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A tough ticket to Indy
Yuba City's Meyers attends Super Bowl
Cody Meyers had it all.
But there he was, lying on a hospital bed at UC Davis Medical Center waiting to receive a kidney — his father's.
His story is one of many, but he never thought the fight for his life would earn him a trip to the Super Bowl.
In October of 2010, Meyers was a 14-year-old trying to make a name for himself as a freshman at River Valley High.
An All-Star pitcher and catcher for Sutter Buttes Little League and a hard-hitting linebacker during his time with the River Valley Jr. Falcons youth football program, Meyers' athletic future was bright.
Then, seemingly out of nowhere, life changed.
One afternoon, he started feeling sick. It was no big deal at first, but when his illness lingered on for three full weeks his family knew something was wrong.
"I was getting pale and anything I ate or drank I threw up," Meyers recalled. "Even the medicine, I threw up."
From the start, physicians were stumped and on three separate occasions his condition went misdiagnosed. Doctors thought it was either a bad case of food poisoning or a stomach flu. However, as Meyers' health continued to decline, his family took him in to have his blood checked.
He was tested on a Friday, and the very next day the phone rang.
Tests revealed that Meyers had Wegener's vasculitis, a very rare autoimmune disease that can affect many different organs and systems within the body. In this case, the disease was attacking Meyers' kidneys.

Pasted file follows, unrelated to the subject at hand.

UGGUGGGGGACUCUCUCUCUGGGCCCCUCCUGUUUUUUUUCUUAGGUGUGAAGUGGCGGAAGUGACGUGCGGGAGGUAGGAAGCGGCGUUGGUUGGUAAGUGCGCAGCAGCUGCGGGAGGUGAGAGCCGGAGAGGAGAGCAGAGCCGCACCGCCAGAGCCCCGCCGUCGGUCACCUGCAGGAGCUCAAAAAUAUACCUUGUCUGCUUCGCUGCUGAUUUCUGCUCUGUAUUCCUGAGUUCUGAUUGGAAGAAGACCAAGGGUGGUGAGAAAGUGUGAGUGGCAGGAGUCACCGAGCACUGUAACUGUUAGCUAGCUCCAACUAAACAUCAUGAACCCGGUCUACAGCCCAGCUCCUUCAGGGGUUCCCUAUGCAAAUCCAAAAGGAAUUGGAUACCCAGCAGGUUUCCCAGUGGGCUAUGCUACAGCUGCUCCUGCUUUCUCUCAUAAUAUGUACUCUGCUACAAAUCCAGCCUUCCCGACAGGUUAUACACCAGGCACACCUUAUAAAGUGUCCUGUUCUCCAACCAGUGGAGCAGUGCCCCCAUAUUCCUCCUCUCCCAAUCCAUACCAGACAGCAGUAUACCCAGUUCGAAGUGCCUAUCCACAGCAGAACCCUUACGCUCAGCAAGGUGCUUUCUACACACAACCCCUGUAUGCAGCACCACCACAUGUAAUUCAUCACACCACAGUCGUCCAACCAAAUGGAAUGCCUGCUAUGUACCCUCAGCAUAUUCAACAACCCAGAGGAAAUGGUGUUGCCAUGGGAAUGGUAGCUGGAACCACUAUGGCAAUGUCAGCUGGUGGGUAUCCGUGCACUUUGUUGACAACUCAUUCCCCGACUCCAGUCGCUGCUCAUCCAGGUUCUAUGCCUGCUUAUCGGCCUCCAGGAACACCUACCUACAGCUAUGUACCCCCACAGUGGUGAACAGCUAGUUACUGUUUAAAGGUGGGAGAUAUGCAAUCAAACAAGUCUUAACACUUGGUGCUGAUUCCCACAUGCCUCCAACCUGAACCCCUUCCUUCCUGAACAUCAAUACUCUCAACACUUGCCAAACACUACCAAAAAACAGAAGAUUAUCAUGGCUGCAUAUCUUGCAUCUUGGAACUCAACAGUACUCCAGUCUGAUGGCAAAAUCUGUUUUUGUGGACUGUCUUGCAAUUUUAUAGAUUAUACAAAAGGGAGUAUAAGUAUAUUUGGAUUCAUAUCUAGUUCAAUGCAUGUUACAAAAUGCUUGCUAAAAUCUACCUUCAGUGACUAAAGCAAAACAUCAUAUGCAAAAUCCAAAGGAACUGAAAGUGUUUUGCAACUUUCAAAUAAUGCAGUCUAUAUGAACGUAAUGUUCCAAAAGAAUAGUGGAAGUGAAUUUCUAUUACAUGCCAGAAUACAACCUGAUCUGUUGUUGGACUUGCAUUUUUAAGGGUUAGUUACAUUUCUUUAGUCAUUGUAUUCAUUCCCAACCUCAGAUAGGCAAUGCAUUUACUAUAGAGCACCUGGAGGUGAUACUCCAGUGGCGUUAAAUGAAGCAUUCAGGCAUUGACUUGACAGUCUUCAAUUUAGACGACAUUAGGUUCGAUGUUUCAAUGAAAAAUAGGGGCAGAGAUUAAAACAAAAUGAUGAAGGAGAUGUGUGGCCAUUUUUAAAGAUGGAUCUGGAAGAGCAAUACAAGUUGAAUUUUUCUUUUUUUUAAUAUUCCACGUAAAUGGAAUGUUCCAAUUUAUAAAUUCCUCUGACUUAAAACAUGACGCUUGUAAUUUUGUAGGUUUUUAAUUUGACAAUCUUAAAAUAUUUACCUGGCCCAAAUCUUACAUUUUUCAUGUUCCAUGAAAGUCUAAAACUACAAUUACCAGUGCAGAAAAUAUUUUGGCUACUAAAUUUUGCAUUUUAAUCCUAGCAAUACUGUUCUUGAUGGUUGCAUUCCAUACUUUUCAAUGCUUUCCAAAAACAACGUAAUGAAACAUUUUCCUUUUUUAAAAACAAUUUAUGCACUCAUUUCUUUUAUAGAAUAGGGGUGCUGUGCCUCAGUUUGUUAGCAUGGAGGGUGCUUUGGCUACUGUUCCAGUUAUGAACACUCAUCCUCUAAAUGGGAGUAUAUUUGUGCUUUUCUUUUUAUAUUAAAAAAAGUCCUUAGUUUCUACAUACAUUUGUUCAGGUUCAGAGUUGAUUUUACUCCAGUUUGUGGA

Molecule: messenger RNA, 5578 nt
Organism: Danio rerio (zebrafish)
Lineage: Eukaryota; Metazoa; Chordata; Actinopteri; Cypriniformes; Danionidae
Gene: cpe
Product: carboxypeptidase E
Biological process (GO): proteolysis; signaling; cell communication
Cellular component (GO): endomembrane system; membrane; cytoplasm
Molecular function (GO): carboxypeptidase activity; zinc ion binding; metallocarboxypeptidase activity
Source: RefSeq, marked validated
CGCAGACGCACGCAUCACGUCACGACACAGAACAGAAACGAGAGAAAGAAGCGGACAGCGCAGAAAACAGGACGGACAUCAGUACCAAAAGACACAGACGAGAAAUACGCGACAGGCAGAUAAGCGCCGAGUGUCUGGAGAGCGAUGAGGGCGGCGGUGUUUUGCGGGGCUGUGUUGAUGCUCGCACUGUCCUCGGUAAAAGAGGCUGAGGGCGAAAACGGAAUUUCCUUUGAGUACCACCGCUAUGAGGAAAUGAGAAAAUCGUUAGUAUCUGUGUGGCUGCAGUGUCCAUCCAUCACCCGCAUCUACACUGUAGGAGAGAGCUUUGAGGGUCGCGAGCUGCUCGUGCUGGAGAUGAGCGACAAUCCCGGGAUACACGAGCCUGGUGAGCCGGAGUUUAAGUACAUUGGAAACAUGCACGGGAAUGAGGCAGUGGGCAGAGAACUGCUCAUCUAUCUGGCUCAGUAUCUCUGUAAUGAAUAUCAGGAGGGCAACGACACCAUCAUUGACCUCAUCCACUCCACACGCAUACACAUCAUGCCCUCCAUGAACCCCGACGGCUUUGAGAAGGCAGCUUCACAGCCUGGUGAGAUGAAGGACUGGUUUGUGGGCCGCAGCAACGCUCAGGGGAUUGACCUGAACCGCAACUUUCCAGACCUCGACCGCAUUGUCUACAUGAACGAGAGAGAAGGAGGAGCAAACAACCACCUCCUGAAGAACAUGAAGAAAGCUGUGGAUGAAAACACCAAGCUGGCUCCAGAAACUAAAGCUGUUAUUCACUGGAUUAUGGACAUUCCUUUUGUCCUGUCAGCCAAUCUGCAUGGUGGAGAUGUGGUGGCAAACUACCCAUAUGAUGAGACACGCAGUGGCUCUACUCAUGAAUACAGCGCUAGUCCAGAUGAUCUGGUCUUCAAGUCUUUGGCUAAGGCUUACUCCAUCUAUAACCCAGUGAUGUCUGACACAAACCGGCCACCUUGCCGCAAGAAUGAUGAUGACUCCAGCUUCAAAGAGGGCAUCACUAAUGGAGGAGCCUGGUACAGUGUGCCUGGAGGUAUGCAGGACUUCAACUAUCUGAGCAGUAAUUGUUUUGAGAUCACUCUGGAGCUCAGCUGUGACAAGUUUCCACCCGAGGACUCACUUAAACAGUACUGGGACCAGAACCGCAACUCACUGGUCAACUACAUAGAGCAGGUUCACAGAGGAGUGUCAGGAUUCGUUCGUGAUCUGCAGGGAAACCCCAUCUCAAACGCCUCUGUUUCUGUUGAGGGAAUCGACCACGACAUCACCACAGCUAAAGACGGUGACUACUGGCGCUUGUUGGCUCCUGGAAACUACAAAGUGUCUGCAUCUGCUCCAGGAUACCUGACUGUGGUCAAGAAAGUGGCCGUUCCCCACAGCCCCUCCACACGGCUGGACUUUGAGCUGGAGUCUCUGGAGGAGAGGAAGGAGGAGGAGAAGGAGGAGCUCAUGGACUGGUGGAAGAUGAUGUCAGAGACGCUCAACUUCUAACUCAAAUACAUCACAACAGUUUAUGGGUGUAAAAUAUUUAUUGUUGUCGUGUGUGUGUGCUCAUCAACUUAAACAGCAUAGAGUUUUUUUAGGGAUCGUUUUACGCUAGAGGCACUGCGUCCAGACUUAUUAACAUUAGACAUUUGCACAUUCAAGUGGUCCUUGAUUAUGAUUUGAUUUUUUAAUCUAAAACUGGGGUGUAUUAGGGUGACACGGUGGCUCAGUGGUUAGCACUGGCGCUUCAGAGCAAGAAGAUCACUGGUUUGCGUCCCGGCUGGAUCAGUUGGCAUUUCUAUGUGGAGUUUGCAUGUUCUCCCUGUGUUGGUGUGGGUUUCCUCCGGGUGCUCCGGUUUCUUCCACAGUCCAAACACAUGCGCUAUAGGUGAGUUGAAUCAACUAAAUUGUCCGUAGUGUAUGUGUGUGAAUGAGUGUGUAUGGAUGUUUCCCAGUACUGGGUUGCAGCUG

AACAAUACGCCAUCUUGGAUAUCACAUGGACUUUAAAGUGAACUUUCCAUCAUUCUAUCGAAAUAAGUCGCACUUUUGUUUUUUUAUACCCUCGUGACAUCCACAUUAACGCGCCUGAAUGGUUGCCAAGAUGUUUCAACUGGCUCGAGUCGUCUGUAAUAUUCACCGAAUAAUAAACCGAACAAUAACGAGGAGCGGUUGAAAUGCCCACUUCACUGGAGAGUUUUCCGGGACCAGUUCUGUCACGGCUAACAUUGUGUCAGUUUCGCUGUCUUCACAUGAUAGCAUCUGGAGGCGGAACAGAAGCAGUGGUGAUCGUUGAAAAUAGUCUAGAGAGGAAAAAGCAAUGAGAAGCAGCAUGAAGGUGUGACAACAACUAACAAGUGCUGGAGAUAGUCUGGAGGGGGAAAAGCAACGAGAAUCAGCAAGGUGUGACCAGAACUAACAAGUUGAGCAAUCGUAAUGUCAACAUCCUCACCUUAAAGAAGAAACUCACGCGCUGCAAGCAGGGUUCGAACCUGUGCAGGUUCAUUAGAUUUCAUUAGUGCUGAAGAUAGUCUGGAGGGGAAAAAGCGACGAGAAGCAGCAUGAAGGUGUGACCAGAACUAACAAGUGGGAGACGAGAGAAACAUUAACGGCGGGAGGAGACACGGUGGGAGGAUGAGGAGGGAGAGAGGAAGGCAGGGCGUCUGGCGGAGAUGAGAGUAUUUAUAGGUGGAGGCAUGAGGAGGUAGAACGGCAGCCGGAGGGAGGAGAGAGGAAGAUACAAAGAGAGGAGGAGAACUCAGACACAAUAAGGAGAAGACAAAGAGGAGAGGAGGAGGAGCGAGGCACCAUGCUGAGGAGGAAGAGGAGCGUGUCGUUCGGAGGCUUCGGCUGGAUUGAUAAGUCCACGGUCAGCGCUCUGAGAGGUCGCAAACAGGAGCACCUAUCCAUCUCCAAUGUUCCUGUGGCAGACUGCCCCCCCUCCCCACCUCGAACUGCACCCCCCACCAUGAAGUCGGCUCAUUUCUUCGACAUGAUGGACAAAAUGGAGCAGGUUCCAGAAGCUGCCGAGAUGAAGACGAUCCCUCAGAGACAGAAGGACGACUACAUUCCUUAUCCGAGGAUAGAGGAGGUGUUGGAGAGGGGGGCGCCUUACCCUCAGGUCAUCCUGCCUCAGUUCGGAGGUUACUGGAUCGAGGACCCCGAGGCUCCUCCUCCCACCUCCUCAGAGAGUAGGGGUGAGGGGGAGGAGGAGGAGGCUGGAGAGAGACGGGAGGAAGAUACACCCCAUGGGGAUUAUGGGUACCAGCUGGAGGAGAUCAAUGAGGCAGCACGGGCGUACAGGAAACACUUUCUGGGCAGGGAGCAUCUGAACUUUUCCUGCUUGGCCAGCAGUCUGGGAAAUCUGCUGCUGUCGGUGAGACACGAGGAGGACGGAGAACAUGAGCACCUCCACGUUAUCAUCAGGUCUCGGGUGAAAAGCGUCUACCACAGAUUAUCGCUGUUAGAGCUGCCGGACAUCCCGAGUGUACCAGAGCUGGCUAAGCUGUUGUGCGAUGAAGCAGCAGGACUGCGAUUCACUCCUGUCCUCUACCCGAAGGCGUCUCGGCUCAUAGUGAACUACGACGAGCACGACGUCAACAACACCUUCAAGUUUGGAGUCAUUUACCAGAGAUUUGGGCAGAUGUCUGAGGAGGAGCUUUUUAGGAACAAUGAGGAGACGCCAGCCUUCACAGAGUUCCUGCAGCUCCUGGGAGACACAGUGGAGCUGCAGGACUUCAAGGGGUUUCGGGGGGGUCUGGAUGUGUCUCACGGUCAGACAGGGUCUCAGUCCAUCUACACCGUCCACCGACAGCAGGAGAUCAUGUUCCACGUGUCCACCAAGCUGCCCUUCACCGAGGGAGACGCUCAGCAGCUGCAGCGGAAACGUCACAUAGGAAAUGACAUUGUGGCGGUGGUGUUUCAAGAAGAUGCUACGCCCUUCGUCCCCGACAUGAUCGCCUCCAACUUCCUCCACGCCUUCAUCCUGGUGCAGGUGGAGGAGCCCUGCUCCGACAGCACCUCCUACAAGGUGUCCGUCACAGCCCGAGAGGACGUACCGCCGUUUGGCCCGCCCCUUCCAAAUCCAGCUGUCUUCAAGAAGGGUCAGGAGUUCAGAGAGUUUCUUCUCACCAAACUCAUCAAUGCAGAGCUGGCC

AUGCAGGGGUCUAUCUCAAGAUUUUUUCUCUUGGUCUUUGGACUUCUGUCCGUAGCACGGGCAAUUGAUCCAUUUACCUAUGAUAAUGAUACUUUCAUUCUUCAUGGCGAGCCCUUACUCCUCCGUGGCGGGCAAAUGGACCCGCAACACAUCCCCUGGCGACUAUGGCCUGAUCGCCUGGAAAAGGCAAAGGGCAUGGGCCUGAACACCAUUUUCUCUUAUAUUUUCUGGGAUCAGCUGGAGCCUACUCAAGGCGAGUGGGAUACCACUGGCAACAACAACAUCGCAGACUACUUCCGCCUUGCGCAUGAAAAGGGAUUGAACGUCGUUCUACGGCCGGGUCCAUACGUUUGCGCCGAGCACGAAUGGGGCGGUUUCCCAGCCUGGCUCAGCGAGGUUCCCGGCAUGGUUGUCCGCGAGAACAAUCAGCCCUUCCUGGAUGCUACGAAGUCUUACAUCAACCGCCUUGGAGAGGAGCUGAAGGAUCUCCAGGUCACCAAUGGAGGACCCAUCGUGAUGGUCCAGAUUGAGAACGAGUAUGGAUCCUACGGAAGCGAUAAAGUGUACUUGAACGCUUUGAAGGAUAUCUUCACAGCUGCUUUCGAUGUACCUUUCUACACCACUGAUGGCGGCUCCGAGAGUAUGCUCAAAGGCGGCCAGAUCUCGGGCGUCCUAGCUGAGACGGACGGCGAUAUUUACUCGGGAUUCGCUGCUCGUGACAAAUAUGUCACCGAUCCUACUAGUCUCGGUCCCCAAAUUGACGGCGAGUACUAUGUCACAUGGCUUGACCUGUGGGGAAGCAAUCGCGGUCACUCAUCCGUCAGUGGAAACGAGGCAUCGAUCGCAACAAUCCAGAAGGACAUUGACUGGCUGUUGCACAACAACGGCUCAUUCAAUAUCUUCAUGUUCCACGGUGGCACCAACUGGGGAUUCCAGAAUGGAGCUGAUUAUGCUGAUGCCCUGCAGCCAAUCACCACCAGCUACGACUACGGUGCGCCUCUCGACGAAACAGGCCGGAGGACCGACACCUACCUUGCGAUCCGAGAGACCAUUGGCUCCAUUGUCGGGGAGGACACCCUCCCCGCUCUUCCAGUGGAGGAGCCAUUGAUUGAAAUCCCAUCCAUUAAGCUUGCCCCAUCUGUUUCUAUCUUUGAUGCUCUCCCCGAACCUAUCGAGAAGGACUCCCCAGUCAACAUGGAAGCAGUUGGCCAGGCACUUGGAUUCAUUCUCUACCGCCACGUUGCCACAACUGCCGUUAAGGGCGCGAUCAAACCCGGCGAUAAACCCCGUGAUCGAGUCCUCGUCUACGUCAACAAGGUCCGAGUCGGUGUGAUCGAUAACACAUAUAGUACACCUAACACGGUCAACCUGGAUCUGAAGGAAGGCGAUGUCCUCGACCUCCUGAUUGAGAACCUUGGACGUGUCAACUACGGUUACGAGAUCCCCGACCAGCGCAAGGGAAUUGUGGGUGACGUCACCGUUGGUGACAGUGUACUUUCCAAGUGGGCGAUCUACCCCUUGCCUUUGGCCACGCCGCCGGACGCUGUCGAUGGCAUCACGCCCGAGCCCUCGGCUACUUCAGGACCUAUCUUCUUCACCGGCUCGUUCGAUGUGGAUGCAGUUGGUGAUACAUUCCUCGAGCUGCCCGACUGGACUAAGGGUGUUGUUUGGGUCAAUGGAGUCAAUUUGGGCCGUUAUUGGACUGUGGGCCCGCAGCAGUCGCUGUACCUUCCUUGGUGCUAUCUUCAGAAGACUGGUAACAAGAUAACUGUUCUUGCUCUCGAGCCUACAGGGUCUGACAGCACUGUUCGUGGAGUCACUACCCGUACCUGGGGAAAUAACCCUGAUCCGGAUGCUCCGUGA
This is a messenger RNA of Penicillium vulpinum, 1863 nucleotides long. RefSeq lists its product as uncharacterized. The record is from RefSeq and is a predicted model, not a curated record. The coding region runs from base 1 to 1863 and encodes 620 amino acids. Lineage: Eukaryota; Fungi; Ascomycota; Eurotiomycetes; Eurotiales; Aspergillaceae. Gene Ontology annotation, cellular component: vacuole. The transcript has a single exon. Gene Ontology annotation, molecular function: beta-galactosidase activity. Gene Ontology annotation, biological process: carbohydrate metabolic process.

"It's a life-threatening illness and they told me you have to take him to the hospital right away," Cody's father, Mike, said. "They said his blood level was off the hook and it looks like he's going to lose his kidneys."
The news came as a complete shock to the Meyers family. After the diagnosis, Cody was hospitalized for 32 days at Sutter Memorial Hospital in Sacramento, where he had to undergo dialysis three days a week.
News of Cody's plight quickly spread across the community and with it came an outpouring of support. Local youth football organizations passed a helmet around at games to collect money and coaches and players from various high schools came to visit him in the hospital.
Fundraising efforts soon followed. Raffles were held at local sporting events, T-shirts were made and sold with Meyers' No. 45 on it, along with bracelets that read "Do it for Cody." In all, the community raised an estimated $10,000 to help out with Cody's medical expenses.
"It's not about sports, it's about a kid who went through living hell, basically," Mike Meyers said. "It's a community thing, and people put in their time and money to help out. There's no words I have to thank them enough."
But despite a difficult regimen of medication and 31⁄2-hour dialysis sessions to cleanse his system, Meyers recovered enough to join the Falcons' freshman baseball team late last spring. He worked his dialysis sessions around his baseball games, though he had to play with a catheter in his chest cavity used to hook him up to the dialysis machine.